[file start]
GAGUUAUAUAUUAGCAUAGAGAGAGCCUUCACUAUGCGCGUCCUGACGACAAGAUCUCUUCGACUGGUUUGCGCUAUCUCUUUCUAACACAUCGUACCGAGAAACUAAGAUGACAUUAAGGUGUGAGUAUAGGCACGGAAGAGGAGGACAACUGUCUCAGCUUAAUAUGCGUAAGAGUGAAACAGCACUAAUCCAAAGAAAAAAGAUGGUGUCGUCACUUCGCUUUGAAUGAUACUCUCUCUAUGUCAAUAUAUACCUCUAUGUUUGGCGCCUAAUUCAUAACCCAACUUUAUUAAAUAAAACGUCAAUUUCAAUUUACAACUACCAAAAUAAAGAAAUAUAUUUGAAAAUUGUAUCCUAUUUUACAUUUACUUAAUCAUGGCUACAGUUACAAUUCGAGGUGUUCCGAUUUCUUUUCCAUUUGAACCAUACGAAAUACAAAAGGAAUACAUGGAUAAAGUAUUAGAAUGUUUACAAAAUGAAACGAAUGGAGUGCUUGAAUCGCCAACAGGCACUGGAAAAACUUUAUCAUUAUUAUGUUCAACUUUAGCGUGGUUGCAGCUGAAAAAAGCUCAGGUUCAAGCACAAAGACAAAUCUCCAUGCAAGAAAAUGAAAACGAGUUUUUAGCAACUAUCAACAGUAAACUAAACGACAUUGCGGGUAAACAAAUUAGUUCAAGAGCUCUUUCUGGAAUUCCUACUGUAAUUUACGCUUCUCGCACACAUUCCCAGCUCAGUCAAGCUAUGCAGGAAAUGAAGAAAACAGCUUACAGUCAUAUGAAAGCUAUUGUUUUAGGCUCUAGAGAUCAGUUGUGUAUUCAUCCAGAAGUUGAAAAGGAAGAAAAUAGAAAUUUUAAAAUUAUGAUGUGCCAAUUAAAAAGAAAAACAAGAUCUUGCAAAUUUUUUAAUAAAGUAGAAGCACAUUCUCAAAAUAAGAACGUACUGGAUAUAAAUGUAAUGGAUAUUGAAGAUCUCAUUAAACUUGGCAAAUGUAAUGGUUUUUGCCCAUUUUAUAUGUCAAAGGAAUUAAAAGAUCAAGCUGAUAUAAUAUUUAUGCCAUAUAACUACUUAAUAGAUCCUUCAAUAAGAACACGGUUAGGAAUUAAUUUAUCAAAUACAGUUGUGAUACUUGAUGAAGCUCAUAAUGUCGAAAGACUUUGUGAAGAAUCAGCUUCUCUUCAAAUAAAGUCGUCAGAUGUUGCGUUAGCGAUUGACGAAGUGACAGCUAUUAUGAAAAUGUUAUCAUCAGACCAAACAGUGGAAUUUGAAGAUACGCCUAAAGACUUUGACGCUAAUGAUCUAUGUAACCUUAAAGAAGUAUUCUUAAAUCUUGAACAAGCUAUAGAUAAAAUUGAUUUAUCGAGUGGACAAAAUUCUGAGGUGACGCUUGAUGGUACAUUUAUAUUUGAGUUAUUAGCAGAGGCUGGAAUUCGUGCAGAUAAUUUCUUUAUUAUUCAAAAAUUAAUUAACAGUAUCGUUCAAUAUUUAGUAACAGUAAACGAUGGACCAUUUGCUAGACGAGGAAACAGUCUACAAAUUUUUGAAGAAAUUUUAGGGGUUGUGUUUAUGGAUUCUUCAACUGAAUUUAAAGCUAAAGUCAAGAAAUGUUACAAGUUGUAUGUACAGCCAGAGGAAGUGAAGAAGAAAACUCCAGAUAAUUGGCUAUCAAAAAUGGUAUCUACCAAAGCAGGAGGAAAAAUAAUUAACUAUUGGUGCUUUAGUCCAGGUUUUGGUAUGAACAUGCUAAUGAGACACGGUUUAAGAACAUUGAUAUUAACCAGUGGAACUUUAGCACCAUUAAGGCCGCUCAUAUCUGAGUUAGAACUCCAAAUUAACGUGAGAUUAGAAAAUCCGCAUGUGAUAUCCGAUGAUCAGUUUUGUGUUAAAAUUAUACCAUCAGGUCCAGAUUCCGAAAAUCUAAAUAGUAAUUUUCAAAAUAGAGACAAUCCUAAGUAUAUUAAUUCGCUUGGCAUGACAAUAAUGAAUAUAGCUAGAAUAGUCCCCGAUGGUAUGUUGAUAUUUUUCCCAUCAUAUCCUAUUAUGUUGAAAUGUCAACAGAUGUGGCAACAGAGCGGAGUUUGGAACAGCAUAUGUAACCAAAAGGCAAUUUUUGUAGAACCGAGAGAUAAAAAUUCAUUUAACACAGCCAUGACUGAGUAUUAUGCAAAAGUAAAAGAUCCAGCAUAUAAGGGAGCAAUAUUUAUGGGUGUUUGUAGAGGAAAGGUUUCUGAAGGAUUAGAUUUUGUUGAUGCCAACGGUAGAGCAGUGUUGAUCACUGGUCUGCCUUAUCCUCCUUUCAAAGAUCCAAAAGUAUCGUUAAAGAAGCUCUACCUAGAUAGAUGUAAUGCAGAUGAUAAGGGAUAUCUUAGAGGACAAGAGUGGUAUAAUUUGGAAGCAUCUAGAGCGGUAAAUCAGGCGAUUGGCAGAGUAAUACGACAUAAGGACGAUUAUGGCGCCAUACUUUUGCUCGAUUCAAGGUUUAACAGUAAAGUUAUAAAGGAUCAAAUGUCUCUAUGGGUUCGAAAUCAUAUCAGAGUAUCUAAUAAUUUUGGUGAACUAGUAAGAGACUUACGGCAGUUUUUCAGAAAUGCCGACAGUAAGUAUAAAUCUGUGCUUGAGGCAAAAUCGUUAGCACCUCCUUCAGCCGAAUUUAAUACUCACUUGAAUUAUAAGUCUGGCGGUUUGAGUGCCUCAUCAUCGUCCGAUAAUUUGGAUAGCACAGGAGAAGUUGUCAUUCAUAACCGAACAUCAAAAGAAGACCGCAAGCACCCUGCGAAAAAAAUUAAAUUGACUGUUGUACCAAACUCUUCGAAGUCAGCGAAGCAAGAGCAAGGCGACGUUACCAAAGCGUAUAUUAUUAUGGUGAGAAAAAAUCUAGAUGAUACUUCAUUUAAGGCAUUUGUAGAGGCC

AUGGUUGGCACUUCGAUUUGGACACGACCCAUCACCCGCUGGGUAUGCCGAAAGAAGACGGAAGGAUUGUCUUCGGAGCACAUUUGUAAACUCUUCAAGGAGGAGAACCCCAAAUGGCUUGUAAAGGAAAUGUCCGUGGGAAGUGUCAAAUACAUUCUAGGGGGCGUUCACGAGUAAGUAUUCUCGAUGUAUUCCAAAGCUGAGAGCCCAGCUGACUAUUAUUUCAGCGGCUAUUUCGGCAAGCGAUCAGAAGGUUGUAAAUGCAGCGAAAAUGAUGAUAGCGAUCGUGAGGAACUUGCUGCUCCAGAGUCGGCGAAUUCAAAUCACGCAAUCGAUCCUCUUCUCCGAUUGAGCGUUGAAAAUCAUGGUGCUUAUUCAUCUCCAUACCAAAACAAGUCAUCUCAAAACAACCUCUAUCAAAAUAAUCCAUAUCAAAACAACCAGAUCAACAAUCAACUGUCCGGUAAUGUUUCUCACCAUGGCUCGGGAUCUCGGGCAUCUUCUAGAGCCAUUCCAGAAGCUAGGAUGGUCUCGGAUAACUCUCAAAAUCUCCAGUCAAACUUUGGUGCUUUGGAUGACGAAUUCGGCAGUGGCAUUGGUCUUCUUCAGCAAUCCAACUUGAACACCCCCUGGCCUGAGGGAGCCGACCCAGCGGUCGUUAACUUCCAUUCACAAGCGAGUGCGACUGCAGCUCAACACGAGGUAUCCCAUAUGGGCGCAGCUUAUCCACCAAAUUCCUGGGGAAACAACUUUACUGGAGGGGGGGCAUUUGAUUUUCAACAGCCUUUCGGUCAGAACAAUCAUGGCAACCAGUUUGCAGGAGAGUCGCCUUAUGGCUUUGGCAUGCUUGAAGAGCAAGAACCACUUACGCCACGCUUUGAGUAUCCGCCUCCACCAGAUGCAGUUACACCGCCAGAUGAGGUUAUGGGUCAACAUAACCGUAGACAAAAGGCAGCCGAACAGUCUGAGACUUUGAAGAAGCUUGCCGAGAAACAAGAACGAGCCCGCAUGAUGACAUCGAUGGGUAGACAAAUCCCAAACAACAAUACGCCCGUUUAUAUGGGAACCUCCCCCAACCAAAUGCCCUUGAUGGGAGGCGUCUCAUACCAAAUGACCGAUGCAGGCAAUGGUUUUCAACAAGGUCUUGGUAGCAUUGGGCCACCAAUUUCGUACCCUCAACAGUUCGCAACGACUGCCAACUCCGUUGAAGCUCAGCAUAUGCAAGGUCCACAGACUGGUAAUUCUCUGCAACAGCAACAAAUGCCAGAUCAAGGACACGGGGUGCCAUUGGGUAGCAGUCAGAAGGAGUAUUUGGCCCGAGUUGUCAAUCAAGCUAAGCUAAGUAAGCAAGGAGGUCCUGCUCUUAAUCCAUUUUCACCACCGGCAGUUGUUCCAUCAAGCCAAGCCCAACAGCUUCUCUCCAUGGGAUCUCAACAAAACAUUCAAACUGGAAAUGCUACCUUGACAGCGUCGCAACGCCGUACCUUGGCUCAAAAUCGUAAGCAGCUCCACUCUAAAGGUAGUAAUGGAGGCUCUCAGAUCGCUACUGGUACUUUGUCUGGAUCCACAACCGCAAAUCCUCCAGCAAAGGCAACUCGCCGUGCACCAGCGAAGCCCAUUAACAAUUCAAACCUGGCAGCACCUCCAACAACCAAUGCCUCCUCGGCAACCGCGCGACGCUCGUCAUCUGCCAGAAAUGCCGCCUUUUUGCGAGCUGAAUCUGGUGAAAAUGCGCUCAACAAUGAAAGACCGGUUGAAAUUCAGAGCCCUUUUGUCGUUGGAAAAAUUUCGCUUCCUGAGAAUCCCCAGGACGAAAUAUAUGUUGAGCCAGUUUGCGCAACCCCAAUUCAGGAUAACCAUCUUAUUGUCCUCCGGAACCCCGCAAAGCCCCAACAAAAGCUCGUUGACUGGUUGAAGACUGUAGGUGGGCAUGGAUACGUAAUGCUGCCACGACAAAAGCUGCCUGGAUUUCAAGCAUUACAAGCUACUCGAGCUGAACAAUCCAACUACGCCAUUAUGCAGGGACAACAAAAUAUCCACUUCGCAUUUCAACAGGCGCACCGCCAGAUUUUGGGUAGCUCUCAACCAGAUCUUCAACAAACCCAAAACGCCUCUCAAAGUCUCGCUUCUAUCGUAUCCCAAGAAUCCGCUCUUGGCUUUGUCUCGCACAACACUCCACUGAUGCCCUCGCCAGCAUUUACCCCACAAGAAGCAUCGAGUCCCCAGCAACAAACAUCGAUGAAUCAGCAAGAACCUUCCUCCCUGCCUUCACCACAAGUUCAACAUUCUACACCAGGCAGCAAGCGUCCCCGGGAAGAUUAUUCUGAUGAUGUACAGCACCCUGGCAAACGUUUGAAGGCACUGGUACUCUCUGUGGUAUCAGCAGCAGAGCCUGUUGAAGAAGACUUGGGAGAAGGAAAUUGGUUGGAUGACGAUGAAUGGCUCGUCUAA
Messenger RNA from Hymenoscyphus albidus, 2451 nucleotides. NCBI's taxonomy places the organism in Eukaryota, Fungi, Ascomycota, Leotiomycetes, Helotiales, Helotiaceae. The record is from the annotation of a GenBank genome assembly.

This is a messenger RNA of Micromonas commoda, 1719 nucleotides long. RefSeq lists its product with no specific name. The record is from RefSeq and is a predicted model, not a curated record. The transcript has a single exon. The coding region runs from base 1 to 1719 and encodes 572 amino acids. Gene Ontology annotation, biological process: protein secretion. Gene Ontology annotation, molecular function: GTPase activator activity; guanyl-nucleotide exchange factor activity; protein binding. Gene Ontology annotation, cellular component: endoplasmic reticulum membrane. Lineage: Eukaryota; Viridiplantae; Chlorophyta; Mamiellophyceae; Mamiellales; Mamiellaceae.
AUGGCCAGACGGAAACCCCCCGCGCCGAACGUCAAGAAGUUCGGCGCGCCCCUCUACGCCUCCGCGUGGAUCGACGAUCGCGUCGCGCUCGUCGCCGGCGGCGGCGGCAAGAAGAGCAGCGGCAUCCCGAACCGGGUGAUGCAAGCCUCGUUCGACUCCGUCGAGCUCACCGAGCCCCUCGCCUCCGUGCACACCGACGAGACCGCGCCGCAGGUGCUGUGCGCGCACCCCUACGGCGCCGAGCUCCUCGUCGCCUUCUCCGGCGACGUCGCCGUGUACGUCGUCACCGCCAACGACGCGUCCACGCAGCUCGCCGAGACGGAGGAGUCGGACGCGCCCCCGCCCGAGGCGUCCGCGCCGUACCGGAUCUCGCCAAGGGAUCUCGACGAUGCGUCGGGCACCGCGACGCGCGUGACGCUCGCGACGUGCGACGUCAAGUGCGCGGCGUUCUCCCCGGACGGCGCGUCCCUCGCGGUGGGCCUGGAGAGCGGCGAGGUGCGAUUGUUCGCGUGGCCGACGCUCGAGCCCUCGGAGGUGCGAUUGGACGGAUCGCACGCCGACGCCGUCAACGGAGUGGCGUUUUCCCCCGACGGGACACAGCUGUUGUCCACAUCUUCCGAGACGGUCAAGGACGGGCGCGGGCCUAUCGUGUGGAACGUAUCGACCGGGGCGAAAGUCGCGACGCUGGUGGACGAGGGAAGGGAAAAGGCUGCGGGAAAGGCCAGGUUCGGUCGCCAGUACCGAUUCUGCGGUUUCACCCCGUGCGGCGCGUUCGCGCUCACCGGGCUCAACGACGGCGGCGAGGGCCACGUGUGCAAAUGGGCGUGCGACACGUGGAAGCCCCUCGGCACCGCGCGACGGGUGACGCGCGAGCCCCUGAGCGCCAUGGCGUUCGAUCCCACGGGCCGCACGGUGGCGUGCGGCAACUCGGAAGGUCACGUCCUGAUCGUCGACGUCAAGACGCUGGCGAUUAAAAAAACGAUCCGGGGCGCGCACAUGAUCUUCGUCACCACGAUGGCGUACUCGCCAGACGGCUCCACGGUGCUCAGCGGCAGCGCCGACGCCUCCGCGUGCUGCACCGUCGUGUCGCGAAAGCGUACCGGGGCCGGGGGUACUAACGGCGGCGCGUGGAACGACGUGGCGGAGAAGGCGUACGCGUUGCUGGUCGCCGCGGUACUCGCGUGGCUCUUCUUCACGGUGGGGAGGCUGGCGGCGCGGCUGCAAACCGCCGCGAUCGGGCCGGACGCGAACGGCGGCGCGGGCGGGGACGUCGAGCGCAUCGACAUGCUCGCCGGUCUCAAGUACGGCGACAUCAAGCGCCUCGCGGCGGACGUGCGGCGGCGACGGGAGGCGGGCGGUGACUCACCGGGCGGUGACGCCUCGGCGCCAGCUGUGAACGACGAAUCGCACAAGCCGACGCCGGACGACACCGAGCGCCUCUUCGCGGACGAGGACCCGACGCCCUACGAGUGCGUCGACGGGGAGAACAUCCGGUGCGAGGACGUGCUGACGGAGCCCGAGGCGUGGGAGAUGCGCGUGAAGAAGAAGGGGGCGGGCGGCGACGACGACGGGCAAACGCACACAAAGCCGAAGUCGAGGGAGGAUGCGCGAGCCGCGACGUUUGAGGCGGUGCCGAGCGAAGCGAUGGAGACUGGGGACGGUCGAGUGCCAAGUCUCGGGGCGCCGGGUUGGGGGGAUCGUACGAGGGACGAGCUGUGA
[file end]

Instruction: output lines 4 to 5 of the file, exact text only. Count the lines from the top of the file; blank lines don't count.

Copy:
This is a messenger RNA of Micromonas commoda, 1719 nucleotides long. RefSeq lists its product with no specific name. The record is from RefSeq and is a predicted model, not a curated record. The transcript has a single exon. The coding region runs from base 1 to 1719 and encodes 572 amino acids. Gene Ontology annotation, biological process: protein secretion. Gene Ontology annotation, molecular function: GTPase activator activity; guanyl-nucleotide exchange factor activity; protein binding. Gene Ontology annotation, cellular component: endoplasmic reticulum membrane. Lineage: Eukaryota; Viridiplantae; Chlorophyta; Mamiellophyceae; Mamiellales; Mamiellaceae.
AUGGCCAGACGGAAACCCCCCGCGCCGAACGUCAAGAAGUUCGGCGCGCCCCUCUACGCCUCCGCGUGGAUCGACGAUCGCGUCGCGCUCGUCGCCGGCGGCGGCGGCAAGAAGAGCAGCGGCAUCCCGAACCGGGUGAUGCAAGCCUCGUUCGACUCCGUCGAGCUCACCGAGCCCCUCGCCUCCGUGCACACCGACGAGACCGCGCCGCAGGUGCUGUGCGCGCACCCCUACGGCGCCGAGCUCCUCGUCGCCUUCUCCGGCGACGUCGCCGUGUACGUCGUCACCGCCAACGACGCGUCCACGCAGCUCGCCGAGACGGAGGAGUCGGACGCGCCCCCGCCCGAGGCGUCCGCGCCGUACCGGAUCUCGCCAAGGGAUCUCGACGAUGCGUCGGGCACCGCGACGCGCGUGACGCUCGCGACGUGCGACGUCAAGUGCGCGGCGUUCUCCCCGGACGGCGCGUCCCUCGCGGUGGGCCUGGAGAGCGGCGAGGUGCGAUUGUUCGCGUGGCCGACGCUCGAGCCCUCGGAGGUGCGAUUGGACGGAUCGCACGCCGACGCCGUCAACGGAGUGGCGUUUUCCCCCGACGGGACACAGCUGUUGUCCACAUCUUCCGAGACGGUCAAGGACGGGCGCGGGCCUAUCGUGUGGAACGUAUCGACCGGGGCGAAAGUCGCGACGCUGGUGGACGAGGGAAGGGAAAAGGCUGCGGGAAAGGCCAGGUUCGGUCGCCAGUACCGAUUCUGCGGUUUCACCCCGUGCGGCGCGUUCGCGCUCACCGGGCUCAACGACGGCGGCGAGGGCCACGUGUGCAAAUGGGCGUGCGACACGUGGAAGCCCCUCGGCACCGCGCGACGGGUGACGCGCGAGCCCCUGAGCGCCAUGGCGUUCGAUCCCACGGGCCGCACGGUGGCGUGCGGCAACUCGGAAGGUCACGUCCUGAUCGUCGACGUCAAGACGCUGGCGAUUAAAAAAACGAUCCGGGGCGCGCACAUGAUCUUCGUCACCACGAUGGCGUACUCGCCAGACGGCUCCACGGUGCUCAGCGGCAGCGCCGACGCCUCCGCGUGCUGCACCGUCGUGUCGCGAAAGCGUACCGGGGCCGGGGGUACUAACGGCGGCGCGUGGAACGACGUGGCGGAGAAGGCGUACGCGUUGCUGGUCGCCGCGGUACUCGCGUGGCUCUUCUUCACGGUGGGGAGGCUGGCGGCGCGGCUGCAAACCGCCGCGAUCGGGCCGGACGCGAACGGCGGCGCGGGCGGGGACGUCGAGCGCAUCGACAUGCUCGCCGGUCUCAAGUACGGCGACAUCAAGCGCCUCGCGGCGGACGUGCGGCGGCGACGGGAGGCGGGCGGUGACUCACCGGGCGGUGACGCCUCGGCGCCAGCUGUGAACGACGAAUCGCACAAGCCGACGCCGGACGACACCGAGCGCCUCUUCGCGGACGAGGACCCGACGCCCUACGAGUGCGUCGACGGGGAGAACAUCCGGUGCGAGGACGUGCUGACGGAGCCCGAGGCGUGGGAGAUGCGCGUGAAGAAGAAGGGGGCGGGCGGCGACGACGACGGGCAAACGCACACAAAGCCGAAGUCGAGGGAGGAUGCGCGAGCCGCGACGUUUGAGGCGGUGCCGAGCGAAGCGAUGGAGACUGGGGACGGUCGAGUGCCAAGUCUCGGGGCGCCGGGUUGGGGGGAUCGUACGAGGGACGAGCUGUGA